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Rated: E · Non-fiction · History · #2247647
How did Regency clergyman's daughter Jane Austen celebrate Easter?
As the daughter of a clergyman, Jane Austen would have viewed Easter as a time of special Christian significance.

As an Anglican, Jane would have observed forty days of fasting called Lent. This began with Shrove Tuesday and Ash Wednesday. Shrove Tuesday is a day of confession and absolution and pancakes began to be traditionally eaten on this day as they offered a good way to use up rich foods like eggs, milk and sugar that are forbidden for those observing Lent. Ash Wednesday is a day of prayer and fasting when crosses of ash were drawn on belivers’ foreheads to signify repentance. Lent was a time when the congregation ate a simple diet on all days apart from Sunday in the period up until Easter.

Easter is a movable holiday as its dates are not fixed and change from year to year. The timing of Easter is decided by the first full moon on or after the 21st of March, so it can be any Sunday between the 21st of March and the 25th of April. Easter was the Sunday during a Holy Week in which every day had a religious significance for Christians.

The Easter Holy Week begins with Palm Sunday which commemorates Jesus’s triumphal entry into Jerusalem riding a donkey when he was greeted by belivers carrying palm fronds which symbolise victory and peace. Palm Sunday is followed by Holy Monday, Holy Tuesday and Holy Wednesday. Maundy Thursday commemorates the Last Supper that Jesus ate with his disciples, the day before he was crucified on Good Friday. On Holy Saturday Jesus was lying in his tomb before he was miraculously resurrected on Easter Sunday. Because of the link between Christ’s resurrection and new dawn, many Christians hold a sunrise service on Easter Sunday. Easter Monday is commonly a Bank Holiday today, although this wouldn’t have been the case in Jane Austen’s time as the Easter Monday Bank Holiday was only introduced in Britain in the Bank Holidays Act of 1871 as a day when banks closed for trade.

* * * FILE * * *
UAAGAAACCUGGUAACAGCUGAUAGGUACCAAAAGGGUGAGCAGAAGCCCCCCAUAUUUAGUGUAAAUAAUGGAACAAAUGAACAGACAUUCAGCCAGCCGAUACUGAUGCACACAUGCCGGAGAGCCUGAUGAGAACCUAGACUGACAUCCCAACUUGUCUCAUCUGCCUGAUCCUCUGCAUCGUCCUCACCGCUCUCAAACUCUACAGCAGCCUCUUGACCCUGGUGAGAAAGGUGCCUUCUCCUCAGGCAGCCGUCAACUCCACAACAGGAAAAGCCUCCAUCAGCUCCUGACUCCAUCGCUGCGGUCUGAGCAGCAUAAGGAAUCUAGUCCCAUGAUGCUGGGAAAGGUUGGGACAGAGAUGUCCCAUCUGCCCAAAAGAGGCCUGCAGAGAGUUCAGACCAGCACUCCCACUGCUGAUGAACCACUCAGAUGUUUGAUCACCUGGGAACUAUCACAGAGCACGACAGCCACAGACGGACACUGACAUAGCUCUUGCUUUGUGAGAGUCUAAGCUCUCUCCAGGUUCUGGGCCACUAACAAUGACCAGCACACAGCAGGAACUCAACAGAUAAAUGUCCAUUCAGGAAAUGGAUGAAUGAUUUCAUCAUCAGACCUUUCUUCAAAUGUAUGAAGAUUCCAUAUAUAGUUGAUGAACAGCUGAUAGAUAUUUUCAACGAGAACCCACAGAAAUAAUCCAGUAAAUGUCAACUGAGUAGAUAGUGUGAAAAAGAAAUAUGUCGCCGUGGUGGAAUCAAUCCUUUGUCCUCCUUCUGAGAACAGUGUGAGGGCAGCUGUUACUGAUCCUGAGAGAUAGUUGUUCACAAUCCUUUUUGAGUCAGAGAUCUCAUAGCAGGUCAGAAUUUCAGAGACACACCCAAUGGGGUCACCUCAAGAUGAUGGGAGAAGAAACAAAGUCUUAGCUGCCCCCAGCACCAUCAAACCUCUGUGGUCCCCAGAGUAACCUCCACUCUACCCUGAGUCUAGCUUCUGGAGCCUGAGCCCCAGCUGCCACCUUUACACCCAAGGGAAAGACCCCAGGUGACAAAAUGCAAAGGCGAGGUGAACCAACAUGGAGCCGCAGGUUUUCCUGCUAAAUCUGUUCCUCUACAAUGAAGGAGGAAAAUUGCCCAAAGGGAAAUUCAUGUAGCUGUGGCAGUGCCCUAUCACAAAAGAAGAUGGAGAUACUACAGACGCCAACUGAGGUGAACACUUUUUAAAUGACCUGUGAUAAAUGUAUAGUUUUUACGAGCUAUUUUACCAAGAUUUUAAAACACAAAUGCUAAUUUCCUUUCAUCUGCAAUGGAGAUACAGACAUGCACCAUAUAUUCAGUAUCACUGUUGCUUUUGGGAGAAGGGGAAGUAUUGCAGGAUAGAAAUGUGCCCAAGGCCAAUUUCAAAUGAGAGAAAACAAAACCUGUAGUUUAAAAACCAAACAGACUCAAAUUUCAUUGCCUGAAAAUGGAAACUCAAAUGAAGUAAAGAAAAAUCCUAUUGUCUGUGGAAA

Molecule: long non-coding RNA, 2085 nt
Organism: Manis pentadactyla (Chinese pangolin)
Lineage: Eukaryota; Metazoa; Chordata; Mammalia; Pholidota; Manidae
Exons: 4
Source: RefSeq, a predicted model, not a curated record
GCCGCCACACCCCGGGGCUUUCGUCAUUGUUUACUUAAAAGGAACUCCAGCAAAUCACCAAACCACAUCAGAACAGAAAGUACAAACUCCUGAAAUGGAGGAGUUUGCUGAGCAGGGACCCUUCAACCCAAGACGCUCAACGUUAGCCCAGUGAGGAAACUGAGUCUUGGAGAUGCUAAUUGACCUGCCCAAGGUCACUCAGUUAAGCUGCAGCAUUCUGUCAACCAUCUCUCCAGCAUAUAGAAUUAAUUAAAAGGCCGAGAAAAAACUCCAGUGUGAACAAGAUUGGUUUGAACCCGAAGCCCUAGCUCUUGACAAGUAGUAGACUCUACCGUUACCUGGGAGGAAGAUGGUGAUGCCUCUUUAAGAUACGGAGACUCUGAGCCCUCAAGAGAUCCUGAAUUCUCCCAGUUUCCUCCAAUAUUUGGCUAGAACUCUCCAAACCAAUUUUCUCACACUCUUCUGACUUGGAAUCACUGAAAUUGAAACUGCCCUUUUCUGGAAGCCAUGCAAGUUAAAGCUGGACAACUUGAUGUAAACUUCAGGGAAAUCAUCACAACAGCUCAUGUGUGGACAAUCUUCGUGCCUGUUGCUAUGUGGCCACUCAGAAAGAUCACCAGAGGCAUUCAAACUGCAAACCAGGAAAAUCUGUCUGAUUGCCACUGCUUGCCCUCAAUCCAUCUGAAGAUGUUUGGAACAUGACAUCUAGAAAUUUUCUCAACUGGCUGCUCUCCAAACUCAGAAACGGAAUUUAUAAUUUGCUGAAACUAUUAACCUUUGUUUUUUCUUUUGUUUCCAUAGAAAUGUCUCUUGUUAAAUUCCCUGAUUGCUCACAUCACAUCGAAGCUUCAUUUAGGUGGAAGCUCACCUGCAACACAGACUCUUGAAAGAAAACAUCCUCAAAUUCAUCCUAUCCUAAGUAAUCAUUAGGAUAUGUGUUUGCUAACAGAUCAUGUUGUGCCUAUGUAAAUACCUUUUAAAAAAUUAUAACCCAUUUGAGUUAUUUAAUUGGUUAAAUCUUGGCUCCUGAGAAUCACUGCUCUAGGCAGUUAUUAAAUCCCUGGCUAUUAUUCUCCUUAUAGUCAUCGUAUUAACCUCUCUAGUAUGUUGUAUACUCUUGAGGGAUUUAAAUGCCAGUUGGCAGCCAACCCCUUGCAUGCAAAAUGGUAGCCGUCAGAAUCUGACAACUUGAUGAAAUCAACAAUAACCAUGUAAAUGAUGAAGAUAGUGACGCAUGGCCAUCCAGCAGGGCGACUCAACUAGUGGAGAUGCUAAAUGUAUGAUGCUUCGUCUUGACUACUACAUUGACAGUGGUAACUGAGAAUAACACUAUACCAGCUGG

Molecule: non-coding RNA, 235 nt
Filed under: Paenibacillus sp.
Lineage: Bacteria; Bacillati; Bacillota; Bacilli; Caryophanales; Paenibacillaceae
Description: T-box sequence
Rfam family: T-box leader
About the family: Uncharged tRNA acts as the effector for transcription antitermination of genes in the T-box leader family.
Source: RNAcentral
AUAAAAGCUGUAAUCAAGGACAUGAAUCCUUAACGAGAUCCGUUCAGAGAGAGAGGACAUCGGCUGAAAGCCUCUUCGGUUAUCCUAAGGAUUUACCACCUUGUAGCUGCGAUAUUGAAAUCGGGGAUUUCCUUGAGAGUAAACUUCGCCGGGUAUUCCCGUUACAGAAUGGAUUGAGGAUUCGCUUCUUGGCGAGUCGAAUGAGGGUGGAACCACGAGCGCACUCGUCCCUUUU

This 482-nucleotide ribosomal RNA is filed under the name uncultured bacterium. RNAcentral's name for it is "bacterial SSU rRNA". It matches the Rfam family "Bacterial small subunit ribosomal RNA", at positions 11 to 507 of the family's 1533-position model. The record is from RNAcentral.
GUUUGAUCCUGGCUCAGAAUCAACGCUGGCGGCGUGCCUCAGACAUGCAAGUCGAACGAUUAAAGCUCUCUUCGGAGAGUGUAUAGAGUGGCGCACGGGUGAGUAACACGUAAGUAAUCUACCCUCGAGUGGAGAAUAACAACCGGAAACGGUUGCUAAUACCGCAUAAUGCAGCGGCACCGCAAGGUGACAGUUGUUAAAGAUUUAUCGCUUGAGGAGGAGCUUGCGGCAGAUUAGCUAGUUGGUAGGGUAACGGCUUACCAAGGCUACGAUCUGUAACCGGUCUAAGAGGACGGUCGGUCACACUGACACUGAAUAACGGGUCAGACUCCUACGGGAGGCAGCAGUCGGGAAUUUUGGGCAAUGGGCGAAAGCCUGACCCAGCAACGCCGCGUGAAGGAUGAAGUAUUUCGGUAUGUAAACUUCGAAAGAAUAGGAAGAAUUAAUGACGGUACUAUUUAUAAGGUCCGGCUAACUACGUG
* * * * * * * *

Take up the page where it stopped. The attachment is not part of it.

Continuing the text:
After Easter Anglicans continued to celebrate Christ’s resurrection and the salvation it brought humanity until Whitsuntide. This period of fifty days is the origin of the Easter Holidays.

Easter and Christmas were some of the only times of the year when clergymen were expected to write their own original sermons. This is commented on in Mansfield Park and Pride and Prejudice.

Church was also a place for neighbours to socialise. The most famous example of this is in Pride and Prejudice where the Bennets are invited to visit Lady Catherine in the evening on Easter:

‘it was not till Easter-day, almost a week after the gentlemen’s arrival, that they were honoured by such an attention, and then they were merely asked on leaving church to come there in the evening. For the last week they had seen very little of either Lady Catherine or her daughter. Colonel Fitzwilliam had called at the parsonage more than once during the time, but Mr Darcy they had only seen at church. The invitation was accepted of course, and at a proper hour they joined the party in Lady Catherine’s drawing room’ (Pride and Prejudice, Chapter 31).
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